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Community Impact

Earth Day 2024: Special Olympics Sustainability Project Is Making Waves in Belgium And Italy

Beige canvas bag hanging over someone’s shoulder with the text ‘We’re Champions’ and the Special Olympics Belgium logo.
Reusable eco-friendly bags used at Special Olympics Belgium events.

In celebration of Earth Day 2024, we explore a powerful Special Olympics sustainability project that is making waves in Belgium and Italy.

What impact do Special Olympics sports events—from food and travel to branding and waste—have on the environment? More importantly, what can we do about it? These are the questions that Special Olympics teams in Belgium and Italy have been busily exploring since 2022 when they embarked on the European Union (EU)-funded Special Olympics Environmental Sustainability Impact project.

Learning from World Games Berlin 2023

In order to develop a pathway forward, we need to have a sense of where we stand. That’s why the project teams in Belgium and Italy—led by SO Europe Foundation—dived into a period of intense research following the project kick-off meeting in November 2023. A key aspect of this was analysing the sustainability challenges and achievements of the Special Olympics World Games Berlin 2023. These Games, which pursued an ambitious and award-winning green agenda, offered key lessons to the project team which have fed into the development of a draft Sport Sustainability Framework (SSF). The framework is now being tested for proof of concept at various Special Olympics events in Italy and Belgium.

A young girl with dark hair walks along a blue race track wearing a racing bib with the Special Olympics Italia logo on it and the number 75.
Special Olympics Italy is currently testing a draft Sport Sustainability Framework at its events.

Colin Kenny, Senior Manager—Project and Grants of SO Europe Foundation, emphasises the significance of sustainability for Special Olympics: “As an organisation that champions inclusion and advocates for a vulnerable population, it is essential that we are sustainable in everything we do. Also, international sports organisations such as Special Olympics generally, due to their large carbon footprint at international events, need to do more in this space. We therefore hope that this project can show other international sports organisations what is possible around sustainability.”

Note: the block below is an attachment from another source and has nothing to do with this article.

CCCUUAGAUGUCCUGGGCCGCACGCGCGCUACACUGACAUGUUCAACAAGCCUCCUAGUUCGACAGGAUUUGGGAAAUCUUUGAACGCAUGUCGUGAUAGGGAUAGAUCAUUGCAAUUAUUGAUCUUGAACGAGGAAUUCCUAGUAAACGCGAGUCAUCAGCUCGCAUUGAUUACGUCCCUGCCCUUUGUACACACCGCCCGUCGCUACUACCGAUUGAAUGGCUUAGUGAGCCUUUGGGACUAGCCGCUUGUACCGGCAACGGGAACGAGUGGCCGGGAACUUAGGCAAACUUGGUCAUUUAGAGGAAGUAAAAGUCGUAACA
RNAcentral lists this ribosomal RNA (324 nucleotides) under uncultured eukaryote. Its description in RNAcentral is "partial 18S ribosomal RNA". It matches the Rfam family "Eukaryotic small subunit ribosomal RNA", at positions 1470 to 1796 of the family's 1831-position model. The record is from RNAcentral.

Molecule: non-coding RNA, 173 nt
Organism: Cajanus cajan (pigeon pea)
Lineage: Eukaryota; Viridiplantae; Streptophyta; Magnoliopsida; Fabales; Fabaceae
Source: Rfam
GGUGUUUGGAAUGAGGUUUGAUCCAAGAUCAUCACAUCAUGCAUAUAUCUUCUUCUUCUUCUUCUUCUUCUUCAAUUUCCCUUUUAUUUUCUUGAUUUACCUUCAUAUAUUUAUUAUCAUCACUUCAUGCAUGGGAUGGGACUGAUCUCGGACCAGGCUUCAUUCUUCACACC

Lisa Ferzetti of Special Olympics Italy echoes this point: “Our world is complex and every problem we face has roots deep inside other aspects of our society. Climate change affects every aspect of our lives and Special Olympics can’t ignore this. Special Olympics has a great sense of responsibility which differentiates it from other sport organisations and it is important that we use our voice to do some advocacy for the environment.”

Sport Sustainability Framework: A guideline for our entire movement

After a draft framework document has been tested at Special Olympics events in Belgium and Italy, a final SSF document will be developed with best practices and recommendations. The hope is that these will ultimately be shared throughout the entire Special Olympics movement and even filter through to the wider sports world beyond.

An old fashioned coke dispenser.
Recycling opportunities at Special Olympics Belgium events.

Although the project runs until the end of November 2024, Audrey Desclée, who works on the project at Special Olympics Belgium, has already noticed a change of outlook among her team. She notes, “We have started asking ourselves certain questions which we didn’t before when preparing our events, and this is already a very important step. This does not mean that we will not still face a number of challenges, but it does mean that we can work more effectively on the points that need to be addressed. Learning from other Special Olympics Programmes also helps a lot in discovering of improving ways to be even more effective and ecological.”

Earth Day offers a moment to consider the beauty and fragility of our planet, the damage that humans have done but also the possibility of a better future. Lisa says that Special Olympics Italy’s message for Earth Day is simple: “Our focus is to change perspectives on sustainability as we do towards disability through sport, inviting people not to remain "on the sidelines" but to be an active part in caring for the planet.“ This hopeful, ‘can do’ attitude is echoed by Special Olympics Belgium. Audrey concludes, “We can all learn from each other. Every step leads us towards greater respect for our environment and our planet!”

Funded by the European Union. Views and opinions expressed are however those of the author(s) only and do not necessarily reflect those of the European Union or the European Education and Culture Executive Agency (EACEA). Neither the European Union nor EACEA can be held responsible for them.

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